This is a chapter from the book A Lesser Photographer.
“Saying no is actually saying yes to other things.” — Patrick Rhone
In the days of film, there was a mantra repeated by every high school and college photography teacher when introducing their students to the darkroom: the garbage can is the most important tool in the darkroom.
Effective editing is the skill that separates a decent storyteller from a great storyteller. Great stories have just as many dud photos as the decent stories, but the public never sees the duds.
Be liberal with your use of the trash. It’s your friend. An editorial photographer at a major magazine may take thousands of photos for a feature and publish only five in the story. Being conservative with what you show to the world protects your reputation and tells a better story.
A lesser photographer takes this principle a step further.
As much as editing may separate decent stories from great stories, there’s another principle that separates the great stories from the absolute best. The best storytellers eliminate photographs before they even begin shooting. They pre-edit. They determine what isn’t worth their effort to free up their time for the things that may prove to be remarkable.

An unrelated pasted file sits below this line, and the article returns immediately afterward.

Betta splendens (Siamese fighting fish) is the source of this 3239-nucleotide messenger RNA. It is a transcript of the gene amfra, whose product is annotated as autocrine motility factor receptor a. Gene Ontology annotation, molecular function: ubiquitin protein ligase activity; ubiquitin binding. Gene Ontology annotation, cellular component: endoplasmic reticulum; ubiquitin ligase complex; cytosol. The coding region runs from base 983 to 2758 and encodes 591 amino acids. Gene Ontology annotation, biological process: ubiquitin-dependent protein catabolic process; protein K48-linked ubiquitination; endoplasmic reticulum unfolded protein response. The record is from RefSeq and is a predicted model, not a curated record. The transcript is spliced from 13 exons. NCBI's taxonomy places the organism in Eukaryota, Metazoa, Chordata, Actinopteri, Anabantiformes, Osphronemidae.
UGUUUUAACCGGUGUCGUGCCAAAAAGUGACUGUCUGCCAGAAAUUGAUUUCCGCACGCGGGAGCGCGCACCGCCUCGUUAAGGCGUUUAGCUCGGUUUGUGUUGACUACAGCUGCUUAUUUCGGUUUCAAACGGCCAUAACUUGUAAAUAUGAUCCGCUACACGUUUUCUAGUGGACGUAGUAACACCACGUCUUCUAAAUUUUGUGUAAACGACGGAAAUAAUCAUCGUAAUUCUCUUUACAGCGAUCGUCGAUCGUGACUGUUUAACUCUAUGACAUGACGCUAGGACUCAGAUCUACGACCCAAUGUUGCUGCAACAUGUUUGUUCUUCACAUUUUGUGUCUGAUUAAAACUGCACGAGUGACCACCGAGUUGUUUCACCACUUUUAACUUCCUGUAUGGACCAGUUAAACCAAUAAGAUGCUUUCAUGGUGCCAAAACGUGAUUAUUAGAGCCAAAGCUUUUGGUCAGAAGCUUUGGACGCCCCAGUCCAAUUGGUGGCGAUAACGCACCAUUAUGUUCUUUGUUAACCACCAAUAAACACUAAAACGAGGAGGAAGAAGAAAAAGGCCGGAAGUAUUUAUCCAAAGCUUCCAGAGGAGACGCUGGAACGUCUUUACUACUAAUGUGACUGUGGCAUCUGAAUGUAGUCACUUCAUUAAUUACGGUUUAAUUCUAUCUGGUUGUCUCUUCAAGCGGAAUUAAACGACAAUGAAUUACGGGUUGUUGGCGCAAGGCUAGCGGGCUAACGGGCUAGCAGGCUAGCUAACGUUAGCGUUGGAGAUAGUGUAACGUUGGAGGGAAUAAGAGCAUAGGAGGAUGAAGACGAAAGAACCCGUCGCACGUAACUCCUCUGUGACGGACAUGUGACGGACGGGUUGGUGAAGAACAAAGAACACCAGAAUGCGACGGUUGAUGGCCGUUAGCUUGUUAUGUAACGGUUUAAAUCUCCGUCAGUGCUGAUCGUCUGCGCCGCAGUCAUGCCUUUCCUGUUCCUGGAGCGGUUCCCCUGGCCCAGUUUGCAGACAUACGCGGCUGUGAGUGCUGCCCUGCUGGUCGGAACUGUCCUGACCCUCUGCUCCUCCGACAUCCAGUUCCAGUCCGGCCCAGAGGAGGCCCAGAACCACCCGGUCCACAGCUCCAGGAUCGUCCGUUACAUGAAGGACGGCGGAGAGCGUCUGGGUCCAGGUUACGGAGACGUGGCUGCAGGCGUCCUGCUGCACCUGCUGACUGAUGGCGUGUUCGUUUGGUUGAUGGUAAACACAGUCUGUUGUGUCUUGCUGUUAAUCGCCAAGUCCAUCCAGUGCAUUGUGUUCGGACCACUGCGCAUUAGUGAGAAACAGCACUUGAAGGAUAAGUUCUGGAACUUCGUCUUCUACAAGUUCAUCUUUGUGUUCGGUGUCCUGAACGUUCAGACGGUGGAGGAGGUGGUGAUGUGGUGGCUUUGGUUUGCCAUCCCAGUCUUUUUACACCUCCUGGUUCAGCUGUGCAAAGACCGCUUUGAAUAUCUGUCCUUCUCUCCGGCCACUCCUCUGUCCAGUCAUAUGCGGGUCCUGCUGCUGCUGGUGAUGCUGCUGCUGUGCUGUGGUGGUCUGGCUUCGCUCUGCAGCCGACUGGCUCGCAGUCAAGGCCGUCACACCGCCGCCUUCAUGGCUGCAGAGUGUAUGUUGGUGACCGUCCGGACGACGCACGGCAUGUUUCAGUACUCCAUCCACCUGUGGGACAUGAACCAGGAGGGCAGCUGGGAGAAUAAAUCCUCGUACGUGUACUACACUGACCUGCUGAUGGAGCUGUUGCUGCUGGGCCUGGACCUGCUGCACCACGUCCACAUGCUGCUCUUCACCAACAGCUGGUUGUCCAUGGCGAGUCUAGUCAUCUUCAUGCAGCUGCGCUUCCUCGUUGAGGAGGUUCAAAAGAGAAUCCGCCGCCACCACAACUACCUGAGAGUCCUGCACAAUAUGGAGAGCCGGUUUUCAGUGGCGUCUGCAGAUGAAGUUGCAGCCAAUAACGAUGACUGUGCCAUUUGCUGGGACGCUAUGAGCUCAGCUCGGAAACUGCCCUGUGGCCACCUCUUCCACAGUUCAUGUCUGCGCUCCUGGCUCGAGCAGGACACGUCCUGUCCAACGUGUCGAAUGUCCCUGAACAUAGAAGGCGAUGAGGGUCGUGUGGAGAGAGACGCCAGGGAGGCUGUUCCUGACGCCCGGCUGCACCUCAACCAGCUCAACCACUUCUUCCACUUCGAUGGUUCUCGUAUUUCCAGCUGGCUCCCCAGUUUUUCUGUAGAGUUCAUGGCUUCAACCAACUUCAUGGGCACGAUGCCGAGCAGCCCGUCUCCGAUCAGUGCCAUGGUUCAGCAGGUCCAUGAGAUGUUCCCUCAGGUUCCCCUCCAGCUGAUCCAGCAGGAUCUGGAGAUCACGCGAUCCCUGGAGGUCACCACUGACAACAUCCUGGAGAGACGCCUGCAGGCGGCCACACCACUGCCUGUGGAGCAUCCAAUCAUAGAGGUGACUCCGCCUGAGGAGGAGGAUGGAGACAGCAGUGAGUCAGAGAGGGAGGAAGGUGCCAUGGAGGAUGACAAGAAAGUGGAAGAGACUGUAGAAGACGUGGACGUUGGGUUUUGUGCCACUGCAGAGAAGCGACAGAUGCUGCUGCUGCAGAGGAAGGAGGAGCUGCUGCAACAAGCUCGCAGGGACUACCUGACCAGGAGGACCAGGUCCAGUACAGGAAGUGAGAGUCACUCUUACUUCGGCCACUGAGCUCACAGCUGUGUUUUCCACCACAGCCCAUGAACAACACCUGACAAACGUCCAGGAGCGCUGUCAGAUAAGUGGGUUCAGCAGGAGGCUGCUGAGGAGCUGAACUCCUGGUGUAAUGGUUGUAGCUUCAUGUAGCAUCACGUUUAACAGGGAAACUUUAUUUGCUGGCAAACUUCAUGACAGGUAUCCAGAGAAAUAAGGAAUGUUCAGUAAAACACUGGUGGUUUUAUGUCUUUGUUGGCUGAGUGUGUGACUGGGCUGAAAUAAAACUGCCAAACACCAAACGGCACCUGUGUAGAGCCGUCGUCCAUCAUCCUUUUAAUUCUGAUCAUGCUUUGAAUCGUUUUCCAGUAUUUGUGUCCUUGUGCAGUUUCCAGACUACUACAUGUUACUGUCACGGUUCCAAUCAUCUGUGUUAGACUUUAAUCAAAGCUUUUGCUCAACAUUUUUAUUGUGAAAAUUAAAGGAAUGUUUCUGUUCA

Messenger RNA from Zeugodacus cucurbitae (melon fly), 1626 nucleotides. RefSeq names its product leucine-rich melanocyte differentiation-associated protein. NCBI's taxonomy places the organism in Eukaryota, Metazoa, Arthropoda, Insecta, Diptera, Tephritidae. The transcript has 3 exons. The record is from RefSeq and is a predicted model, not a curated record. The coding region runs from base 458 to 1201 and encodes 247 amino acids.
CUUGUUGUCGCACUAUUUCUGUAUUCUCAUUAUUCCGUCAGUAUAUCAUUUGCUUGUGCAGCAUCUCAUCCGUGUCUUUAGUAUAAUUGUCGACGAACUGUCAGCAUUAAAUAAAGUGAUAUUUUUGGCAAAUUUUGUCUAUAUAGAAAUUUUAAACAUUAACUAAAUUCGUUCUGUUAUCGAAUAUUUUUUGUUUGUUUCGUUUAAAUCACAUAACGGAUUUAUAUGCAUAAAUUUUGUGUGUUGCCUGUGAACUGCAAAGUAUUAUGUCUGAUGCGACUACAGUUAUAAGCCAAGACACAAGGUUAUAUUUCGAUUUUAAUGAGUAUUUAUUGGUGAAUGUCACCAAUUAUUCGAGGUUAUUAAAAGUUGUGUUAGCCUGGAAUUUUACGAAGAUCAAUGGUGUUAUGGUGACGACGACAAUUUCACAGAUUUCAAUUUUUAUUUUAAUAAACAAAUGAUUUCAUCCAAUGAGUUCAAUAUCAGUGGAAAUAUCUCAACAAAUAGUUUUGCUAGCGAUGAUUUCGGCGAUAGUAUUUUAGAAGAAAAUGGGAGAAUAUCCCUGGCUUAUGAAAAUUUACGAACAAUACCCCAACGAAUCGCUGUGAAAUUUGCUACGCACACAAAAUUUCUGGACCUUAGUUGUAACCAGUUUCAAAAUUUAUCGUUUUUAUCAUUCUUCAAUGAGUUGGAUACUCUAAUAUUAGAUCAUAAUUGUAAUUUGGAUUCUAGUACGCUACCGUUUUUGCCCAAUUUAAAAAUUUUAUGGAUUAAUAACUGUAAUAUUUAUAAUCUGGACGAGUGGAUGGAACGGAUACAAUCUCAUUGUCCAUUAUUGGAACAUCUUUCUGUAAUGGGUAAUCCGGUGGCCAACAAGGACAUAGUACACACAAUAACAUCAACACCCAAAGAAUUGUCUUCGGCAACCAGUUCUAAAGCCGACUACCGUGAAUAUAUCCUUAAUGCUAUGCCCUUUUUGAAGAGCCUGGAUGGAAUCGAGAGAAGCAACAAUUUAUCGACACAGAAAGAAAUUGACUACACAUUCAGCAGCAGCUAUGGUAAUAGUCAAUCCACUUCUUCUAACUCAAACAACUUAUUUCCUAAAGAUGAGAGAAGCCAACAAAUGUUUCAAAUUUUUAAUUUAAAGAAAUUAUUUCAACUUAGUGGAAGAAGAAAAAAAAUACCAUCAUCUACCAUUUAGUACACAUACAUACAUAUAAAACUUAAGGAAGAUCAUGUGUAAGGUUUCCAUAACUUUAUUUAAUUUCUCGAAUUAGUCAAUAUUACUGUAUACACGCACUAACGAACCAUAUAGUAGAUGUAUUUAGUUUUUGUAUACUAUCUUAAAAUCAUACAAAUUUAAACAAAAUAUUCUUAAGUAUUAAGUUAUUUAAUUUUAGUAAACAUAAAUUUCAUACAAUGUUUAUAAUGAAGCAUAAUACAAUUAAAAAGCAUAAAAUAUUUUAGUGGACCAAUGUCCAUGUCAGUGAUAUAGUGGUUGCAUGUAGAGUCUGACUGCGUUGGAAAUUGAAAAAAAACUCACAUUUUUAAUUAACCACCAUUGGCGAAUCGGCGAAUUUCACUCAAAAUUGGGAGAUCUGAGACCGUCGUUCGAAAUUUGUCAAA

There’s a reason articles abound on how to take photos of waterfalls and fireworks. It’s because everyone does it. It’s not unique. There are times when it makes sense to put down the camera and take in the world around you. You’ll often find a scene no other photographer is covering. One of my photography professors, Monte Gerlach, put it this way: whenever there is a sunset in front of you, turn around and start shooting what’s behind you.
If you can find it on a postcard, it’s already been covered pretty well and by better photographers than you. It’s probably time to move on to a more unique scene. The throngs of budding photographers, reading how-to articles, will take care of the dew-covered flower close-ups for you. Create something you care about, and it will rarely be a cliche.